The study, covering nearly three decades of projects backed by the National Institutes of Health, found that those with higher review scores earn more and better mentions.
A bill in the State Senate would require colleges to compile student evaluations of professors — and let students vote to dismiss one of those who score poorly.
A bill in North Carolina that would dock the pay of any public-university professor who failed to reach a minimum teaching load has sparked faculty outrage statewide.
Just one in four contracts ensures the instructors even a small payment when a course assignment is canceled, an analysis found.
A new paper raises the question of how much the fear of being misinterpreted by skeptics is constraining researchers.
- To Be a Featured Speaker at a Scholarly Meeting, It Helps to Be Male
- Unionization Pays Off for Community-College Instructors
- Helping Minority Ph.D.'s in STEM: Something's Working
- For the Humanities, Some Good News Is Mixed With the Bad
- Faculty Salaries Are Up Slightly but Still Recovering From the Recession's Effects
The Indiana University system saw a drop in borrowing after sending students letters estimating what their total debt and monthly payments would be. Now, a new state law will...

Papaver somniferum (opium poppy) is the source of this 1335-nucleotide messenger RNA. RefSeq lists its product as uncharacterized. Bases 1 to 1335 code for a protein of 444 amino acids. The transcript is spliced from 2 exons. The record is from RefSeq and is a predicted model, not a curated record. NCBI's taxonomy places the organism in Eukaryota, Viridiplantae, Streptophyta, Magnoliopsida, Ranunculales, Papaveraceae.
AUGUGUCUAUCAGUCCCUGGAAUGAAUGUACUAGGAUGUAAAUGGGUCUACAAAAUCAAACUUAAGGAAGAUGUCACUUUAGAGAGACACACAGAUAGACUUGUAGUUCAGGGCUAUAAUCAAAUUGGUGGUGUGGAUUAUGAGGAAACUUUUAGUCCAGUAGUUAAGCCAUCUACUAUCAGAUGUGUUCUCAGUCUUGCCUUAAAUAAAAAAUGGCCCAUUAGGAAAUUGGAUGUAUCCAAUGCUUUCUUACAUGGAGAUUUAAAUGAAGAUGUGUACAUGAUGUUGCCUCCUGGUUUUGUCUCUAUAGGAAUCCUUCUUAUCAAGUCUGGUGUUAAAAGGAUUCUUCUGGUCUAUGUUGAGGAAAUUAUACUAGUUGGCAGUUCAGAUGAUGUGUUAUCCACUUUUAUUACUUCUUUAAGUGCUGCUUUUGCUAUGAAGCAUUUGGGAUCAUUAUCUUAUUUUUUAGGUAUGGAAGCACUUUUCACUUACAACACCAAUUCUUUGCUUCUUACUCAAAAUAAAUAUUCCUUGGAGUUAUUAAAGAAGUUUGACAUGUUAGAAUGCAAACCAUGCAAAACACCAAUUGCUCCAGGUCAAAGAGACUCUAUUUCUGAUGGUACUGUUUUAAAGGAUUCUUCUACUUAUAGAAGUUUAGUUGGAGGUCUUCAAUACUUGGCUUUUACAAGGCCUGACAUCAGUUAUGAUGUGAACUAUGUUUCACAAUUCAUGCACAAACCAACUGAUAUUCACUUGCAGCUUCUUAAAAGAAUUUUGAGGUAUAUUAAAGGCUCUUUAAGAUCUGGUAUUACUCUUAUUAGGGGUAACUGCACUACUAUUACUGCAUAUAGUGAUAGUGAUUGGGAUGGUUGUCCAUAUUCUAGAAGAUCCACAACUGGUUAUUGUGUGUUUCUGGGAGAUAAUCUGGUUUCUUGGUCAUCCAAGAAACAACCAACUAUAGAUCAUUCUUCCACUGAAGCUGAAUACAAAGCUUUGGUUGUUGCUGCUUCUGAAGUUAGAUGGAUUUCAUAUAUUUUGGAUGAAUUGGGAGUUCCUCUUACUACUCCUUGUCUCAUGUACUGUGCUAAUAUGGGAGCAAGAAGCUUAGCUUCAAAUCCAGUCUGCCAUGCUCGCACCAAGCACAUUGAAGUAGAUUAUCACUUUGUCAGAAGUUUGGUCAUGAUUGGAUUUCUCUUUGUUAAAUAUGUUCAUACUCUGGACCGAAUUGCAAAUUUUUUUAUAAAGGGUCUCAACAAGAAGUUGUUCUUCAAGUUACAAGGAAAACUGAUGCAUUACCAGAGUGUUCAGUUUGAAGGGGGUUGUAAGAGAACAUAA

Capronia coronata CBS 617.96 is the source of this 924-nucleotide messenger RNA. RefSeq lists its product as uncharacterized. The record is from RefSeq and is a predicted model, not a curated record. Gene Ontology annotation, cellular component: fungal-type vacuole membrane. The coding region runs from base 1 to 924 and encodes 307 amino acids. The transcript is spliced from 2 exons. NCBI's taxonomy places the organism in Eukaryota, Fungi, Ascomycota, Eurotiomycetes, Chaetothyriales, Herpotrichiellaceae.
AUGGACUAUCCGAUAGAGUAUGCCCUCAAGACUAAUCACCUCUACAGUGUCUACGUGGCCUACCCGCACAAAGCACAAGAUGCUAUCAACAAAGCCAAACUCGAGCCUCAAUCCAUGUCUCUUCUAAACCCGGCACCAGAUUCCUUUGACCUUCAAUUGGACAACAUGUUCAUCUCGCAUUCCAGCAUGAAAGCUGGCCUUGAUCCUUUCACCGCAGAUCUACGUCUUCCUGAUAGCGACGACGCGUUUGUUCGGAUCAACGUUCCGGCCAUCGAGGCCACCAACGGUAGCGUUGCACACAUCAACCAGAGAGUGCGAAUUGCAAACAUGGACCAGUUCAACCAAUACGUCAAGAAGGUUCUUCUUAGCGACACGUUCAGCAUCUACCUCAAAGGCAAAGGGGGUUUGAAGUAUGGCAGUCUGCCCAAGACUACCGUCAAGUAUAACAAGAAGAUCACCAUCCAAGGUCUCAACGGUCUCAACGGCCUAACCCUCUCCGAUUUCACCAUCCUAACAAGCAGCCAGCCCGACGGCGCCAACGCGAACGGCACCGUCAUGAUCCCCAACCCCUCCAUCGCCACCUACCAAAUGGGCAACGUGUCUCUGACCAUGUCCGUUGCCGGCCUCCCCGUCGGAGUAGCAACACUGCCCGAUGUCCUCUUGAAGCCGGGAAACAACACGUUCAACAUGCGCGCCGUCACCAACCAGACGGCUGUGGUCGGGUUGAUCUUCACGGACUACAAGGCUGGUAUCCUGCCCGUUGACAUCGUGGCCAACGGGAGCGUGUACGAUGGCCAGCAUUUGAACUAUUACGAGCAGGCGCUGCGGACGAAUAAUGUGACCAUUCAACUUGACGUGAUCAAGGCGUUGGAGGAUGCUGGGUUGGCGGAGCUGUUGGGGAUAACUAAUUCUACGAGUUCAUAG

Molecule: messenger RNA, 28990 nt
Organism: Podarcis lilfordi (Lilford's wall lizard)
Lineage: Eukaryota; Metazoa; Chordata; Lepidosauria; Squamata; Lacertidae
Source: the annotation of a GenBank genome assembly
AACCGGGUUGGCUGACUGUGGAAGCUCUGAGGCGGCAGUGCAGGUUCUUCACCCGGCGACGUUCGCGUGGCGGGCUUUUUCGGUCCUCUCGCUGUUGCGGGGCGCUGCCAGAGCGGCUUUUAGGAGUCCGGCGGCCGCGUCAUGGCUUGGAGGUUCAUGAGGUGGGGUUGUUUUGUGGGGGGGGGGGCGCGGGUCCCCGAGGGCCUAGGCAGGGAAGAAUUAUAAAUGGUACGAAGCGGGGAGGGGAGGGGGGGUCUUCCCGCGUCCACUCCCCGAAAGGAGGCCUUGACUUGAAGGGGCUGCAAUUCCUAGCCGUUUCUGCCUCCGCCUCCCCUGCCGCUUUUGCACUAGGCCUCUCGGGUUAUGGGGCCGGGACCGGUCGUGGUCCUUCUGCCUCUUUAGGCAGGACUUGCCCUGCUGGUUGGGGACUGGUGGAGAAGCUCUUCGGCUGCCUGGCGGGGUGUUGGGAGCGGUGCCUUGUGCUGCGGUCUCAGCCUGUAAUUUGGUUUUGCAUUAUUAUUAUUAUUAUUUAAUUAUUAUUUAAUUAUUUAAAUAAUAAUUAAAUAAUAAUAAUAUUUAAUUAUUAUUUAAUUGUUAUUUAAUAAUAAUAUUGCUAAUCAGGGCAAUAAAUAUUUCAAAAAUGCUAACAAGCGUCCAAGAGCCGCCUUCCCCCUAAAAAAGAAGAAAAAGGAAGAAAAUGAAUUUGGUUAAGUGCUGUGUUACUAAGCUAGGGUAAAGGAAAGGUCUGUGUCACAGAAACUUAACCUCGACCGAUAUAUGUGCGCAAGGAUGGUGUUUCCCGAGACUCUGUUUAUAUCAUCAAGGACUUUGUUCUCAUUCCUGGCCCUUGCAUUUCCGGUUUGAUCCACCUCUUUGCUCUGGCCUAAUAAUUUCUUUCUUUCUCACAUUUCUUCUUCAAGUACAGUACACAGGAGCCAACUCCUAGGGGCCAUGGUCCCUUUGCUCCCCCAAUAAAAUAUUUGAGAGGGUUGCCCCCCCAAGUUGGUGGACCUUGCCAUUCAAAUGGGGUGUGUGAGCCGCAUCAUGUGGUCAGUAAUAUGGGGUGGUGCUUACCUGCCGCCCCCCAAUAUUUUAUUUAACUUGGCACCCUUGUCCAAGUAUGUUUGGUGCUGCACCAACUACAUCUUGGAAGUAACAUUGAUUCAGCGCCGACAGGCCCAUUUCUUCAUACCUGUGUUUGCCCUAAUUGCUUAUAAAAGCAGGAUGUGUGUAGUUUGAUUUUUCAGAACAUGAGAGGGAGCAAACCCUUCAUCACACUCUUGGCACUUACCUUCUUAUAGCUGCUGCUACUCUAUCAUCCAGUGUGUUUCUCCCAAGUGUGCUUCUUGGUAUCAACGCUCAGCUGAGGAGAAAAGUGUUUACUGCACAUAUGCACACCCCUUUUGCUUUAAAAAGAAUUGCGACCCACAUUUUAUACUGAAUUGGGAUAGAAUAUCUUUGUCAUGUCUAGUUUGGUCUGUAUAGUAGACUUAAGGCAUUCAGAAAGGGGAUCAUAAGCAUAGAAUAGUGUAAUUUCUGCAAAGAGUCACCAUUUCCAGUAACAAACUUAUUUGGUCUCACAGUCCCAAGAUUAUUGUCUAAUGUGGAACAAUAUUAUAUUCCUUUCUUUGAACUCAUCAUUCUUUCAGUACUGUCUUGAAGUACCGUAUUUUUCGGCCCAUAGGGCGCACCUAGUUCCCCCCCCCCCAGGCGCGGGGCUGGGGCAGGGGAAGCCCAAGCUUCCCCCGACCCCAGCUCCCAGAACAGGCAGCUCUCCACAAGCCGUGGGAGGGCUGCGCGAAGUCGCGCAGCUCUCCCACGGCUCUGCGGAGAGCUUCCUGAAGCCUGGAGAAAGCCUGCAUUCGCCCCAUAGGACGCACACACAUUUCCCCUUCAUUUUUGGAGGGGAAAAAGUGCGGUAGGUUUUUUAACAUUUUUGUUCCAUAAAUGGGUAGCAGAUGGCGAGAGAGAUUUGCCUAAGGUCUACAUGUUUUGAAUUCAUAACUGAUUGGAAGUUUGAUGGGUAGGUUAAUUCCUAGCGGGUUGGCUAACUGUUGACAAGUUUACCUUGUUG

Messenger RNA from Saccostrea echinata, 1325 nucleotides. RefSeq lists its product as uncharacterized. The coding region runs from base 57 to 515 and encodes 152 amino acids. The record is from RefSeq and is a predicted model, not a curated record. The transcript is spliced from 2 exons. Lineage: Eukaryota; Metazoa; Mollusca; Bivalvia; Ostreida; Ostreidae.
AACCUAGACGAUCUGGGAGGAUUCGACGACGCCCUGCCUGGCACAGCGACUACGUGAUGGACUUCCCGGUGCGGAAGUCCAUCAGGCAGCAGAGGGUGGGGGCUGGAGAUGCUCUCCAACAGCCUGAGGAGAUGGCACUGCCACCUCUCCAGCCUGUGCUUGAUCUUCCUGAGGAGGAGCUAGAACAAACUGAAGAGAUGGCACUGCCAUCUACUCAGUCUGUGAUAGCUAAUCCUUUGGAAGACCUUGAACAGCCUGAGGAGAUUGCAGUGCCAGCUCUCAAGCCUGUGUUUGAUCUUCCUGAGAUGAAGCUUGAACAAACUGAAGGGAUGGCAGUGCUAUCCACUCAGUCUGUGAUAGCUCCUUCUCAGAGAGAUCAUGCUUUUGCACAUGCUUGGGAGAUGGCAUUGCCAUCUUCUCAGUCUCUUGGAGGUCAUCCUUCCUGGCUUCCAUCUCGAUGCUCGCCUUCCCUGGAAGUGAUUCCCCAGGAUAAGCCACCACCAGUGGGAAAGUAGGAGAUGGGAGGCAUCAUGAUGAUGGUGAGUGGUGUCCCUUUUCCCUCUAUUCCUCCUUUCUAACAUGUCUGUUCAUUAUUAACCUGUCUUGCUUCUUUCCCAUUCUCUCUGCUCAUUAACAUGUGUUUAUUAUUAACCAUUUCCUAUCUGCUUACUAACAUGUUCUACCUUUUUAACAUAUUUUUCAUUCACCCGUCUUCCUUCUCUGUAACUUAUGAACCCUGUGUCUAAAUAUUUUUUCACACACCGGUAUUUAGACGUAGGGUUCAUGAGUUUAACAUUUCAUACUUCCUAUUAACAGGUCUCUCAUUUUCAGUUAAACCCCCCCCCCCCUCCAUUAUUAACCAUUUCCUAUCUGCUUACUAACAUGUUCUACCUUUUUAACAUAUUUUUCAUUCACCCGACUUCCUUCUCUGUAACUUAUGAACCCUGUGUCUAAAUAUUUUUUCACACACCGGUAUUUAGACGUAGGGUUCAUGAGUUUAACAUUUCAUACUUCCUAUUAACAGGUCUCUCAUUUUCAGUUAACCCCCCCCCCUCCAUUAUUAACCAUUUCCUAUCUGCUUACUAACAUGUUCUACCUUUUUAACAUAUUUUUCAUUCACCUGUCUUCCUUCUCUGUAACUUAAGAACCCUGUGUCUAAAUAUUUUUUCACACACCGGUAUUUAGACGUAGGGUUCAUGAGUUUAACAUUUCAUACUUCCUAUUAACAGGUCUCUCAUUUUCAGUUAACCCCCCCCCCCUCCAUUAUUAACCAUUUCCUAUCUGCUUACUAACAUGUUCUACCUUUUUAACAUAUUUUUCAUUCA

Recipients of the Jack Kent Cooke Foundation's scholarships told an audience of college leaders about how the neediest students experience their campuses.
Young people who hold such positions vary widely in terms of their influence. New research suggests how they can make the most of their board tenure.
The philanthropic organization announces the first 32 recipients of its new fellowships for scholars in the humanities and social sciences.
Jon Krakauer’s new book largely avoids criticizing the university. But did federal intervention make the campus safer?
- Colleges Respond to Racist Incidents as if Their Chief Worry Is Bad PR, Studies Find
- For Those Without One, College Degrees Are Seen as Important but Too Expensive
- The ‘Maker Movement’ Goes to College
- The Week
- Now Everyone's an Entrepreneur
The university’s leaders acknowledge that federal rules prohibit the use of financial aid in the deal with edX. They also distance it from previous MOOCs.
The professional-networking giant’s purchase of Lynda.com could allow it to do to colleges what Airbnb has done to hotels and Uber has done to taxis.
The project, in development by a nonprofit organization, will use technology to bridge gaps in existing procedures. But some skeptics worry about protecting the accused.
Less than two years after being forced to sell most of his company, Paul Freedman is back on the scene with a new idea.
Technology has a role in meeting the challenge, John L. Hennessy told leaders at the American Council on Education's annual gathering. But first it has problems of its own...
- Cut Through the Hype, and MOOCs Still Have Had a Lasting Impact
- College IT Offices Sever Ties With Terrorist Acronym
- An Entrepreneur Sets Out to Do Better at Education Than His College Did
- As High-Tech Teaching Catches On, Students With Disabilities Can Be Left Behind
- What Happened When The Chronicle Sat Down With Steve Jobs Back in 1998